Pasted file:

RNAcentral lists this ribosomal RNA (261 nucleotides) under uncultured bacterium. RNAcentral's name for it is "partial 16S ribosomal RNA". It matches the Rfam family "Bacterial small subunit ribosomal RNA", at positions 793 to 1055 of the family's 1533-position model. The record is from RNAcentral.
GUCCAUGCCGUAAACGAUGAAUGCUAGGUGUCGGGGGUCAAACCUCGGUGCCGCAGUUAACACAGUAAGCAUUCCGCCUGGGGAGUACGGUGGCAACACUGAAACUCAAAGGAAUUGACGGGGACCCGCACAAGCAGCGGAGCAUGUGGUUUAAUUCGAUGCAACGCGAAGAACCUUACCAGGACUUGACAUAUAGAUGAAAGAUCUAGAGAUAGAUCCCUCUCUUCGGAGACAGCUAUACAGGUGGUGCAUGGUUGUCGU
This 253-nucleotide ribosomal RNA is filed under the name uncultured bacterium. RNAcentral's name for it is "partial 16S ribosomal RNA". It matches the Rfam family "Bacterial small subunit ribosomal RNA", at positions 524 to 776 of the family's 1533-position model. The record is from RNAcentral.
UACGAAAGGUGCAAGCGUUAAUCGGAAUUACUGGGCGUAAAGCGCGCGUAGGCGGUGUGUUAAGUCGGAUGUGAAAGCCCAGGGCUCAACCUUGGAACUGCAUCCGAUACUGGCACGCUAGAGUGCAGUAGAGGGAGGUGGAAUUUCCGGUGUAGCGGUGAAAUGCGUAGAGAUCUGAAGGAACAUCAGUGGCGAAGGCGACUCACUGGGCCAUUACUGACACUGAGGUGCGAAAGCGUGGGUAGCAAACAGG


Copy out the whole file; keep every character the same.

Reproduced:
RNAcentral lists this ribosomal RNA (261 nucleotides) under uncultured bacterium. RNAcentral's name for it is "partial 16S ribosomal RNA". It matches the Rfam family "Bacterial small subunit ribosomal RNA", at positions 793 to 1055 of the family's 1533-position model. The record is from RNAcentral.
GUCCAUGCCGUAAACGAUGAAUGCUAGGUGUCGGGGGUCAAACCUCGGUGCCGCAGUUAACACAGUAAGCAUUCCGCCUGGGGAGUACGGUGGCAACACUGAAACUCAAAGGAAUUGACGGGGACCCGCACAAGCAGCGGAGCAUGUGGUUUAAUUCGAUGCAACGCGAAGAACCUUACCAGGACUUGACAUAUAGAUGAAAGAUCUAGAGAUAGAUCCCUCUCUUCGGAGACAGCUAUACAGGUGGUGCAUGGUUGUCGU
This 253-nucleotide ribosomal RNA is filed under the name uncultured bacterium. RNAcentral's name for it is "partial 16S ribosomal RNA". It matches the Rfam family "Bacterial small subunit ribosomal RNA", at positions 524 to 776 of the family's 1533-position model. The record is from RNAcentral.
UACGAAAGGUGCAAGCGUUAAUCGGAAUUACUGGGCGUAAAGCGCGCGUAGGCGGUGUGUUAAGUCGGAUGUGAAAGCCCAGGGCUCAACCUUGGAACUGCAUCCGAUACUGGCACGCUAGAGUGCAGUAGAGGGAGGUGGAAUUUCCGGUGUAGCGGUGAAAUGCGUAGAGAUCUGAAGGAACAUCAGUGGCGAAGGCGACUCACUGGGCCAUUACUGACACUGAGGUGCGAAAGCGUGGGUAGCAAACAGG